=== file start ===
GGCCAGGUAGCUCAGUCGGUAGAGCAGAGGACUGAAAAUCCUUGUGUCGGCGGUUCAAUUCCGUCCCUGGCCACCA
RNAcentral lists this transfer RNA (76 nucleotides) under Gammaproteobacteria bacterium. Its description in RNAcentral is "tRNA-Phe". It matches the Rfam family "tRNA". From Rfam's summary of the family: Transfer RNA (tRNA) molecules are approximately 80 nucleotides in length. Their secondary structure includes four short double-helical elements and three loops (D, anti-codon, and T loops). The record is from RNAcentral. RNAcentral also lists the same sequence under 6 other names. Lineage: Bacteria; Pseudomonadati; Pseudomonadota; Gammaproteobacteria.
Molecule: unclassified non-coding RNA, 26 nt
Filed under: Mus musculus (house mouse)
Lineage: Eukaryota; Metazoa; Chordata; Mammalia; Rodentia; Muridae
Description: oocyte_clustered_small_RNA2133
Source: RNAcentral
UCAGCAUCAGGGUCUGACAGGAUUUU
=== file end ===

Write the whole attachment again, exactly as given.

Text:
GGCCAGGUAGCUCAGUCGGUAGAGCAGAGGACUGAAAAUCCUUGUGUCGGCGGUUCAAUUCCGUCCCUGGCCACCA
RNAcentral lists this transfer RNA (76 nucleotides) under Gammaproteobacteria bacterium. Its description in RNAcentral is "tRNA-Phe". It matches the Rfam family "tRNA". From Rfam's summary of the family: Transfer RNA (tRNA) molecules are approximately 80 nucleotides in length. Their secondary structure includes four short double-helical elements and three loops (D, anti-codon, and T loops). The record is from RNAcentral. RNAcentral also lists the same sequence under 6 other names. Lineage: Bacteria; Pseudomonadati; Pseudomonadota; Gammaproteobacteria.
Molecule: unclassified non-coding RNA, 26 nt
Filed under: Mus musculus (house mouse)
Lineage: Eukaryota; Metazoa; Chordata; Mammalia; Rodentia; Muridae
Description: oocyte_clustered_small_RNA2133
Source: RNAcentral
UCAGCAUCAGGGUCUGACAGGAUUUU